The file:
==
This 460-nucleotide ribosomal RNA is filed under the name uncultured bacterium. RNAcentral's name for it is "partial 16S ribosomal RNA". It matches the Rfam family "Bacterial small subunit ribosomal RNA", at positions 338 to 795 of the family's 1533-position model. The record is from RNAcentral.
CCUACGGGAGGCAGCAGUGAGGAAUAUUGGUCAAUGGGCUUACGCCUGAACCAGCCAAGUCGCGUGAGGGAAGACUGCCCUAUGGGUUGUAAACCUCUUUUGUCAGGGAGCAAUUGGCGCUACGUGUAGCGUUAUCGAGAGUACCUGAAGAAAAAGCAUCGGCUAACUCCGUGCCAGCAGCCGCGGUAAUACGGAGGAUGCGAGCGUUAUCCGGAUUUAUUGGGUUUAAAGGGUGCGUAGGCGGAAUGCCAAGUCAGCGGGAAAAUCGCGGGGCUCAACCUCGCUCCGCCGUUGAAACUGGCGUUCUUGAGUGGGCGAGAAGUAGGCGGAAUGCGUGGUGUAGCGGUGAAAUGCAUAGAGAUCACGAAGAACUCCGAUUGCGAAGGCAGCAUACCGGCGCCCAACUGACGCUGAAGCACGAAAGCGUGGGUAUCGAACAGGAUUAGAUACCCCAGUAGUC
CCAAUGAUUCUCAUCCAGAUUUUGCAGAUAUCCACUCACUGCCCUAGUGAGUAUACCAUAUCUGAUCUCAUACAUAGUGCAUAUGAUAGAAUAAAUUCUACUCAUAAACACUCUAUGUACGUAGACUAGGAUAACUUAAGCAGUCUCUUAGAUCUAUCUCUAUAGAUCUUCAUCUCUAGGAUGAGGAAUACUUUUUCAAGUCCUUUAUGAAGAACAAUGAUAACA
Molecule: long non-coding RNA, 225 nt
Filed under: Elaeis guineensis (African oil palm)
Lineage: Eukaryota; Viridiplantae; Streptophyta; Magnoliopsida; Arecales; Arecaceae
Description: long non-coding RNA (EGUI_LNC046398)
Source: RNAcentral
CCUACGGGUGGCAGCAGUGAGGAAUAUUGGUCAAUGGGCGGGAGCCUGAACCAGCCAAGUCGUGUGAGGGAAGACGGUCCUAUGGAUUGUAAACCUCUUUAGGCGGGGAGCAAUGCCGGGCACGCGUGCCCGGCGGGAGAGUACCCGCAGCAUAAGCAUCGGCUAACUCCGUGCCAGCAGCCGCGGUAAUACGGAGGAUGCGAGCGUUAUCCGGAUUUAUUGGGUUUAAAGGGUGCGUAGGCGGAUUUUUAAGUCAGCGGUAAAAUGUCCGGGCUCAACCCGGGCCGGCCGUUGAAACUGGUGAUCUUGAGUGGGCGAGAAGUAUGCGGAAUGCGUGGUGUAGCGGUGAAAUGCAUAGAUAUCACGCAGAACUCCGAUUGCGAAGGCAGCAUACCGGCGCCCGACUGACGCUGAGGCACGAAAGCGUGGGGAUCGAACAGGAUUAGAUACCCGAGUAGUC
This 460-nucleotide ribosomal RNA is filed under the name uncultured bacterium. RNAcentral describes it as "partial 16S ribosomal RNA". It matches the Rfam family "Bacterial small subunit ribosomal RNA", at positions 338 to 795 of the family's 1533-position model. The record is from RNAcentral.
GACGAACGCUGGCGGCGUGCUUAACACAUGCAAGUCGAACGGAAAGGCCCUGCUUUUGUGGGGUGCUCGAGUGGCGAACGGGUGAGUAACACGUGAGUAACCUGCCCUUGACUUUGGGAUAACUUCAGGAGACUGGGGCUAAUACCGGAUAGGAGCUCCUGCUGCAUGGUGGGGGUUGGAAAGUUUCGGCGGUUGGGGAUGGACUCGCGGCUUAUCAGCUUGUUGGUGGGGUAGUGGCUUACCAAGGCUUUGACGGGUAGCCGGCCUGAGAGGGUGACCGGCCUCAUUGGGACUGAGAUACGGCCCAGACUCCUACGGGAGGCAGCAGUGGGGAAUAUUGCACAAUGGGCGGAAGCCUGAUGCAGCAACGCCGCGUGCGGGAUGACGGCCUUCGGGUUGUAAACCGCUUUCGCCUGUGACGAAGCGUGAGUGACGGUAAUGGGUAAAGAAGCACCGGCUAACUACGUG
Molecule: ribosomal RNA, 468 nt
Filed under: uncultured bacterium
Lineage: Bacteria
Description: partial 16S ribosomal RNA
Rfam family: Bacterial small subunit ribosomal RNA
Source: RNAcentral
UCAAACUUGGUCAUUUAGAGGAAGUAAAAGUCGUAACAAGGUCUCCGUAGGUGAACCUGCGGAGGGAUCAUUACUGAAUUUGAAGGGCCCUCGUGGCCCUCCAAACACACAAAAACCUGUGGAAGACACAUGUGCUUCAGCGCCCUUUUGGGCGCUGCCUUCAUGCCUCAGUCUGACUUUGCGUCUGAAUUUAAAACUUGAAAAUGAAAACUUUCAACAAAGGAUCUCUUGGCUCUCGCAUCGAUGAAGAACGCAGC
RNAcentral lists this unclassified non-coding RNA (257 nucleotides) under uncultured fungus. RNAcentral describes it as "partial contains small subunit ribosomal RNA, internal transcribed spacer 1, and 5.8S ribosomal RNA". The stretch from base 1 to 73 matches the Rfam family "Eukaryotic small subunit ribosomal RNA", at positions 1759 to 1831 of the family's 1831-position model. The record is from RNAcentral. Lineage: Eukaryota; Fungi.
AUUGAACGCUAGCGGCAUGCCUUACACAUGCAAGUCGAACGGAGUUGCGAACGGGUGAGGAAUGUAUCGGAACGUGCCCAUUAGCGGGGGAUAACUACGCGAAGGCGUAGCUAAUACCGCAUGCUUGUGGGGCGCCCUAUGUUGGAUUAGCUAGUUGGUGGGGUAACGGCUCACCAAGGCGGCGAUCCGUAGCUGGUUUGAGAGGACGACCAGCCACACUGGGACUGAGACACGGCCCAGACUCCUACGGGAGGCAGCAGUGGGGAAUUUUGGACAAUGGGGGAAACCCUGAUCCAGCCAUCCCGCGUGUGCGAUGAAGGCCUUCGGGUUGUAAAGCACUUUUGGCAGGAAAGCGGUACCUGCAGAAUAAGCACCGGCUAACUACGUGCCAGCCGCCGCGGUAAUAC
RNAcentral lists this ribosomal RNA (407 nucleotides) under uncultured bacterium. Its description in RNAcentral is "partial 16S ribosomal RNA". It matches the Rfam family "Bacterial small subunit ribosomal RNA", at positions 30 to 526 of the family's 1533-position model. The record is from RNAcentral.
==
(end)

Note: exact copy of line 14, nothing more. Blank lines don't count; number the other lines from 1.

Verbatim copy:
Lineage: Bacteria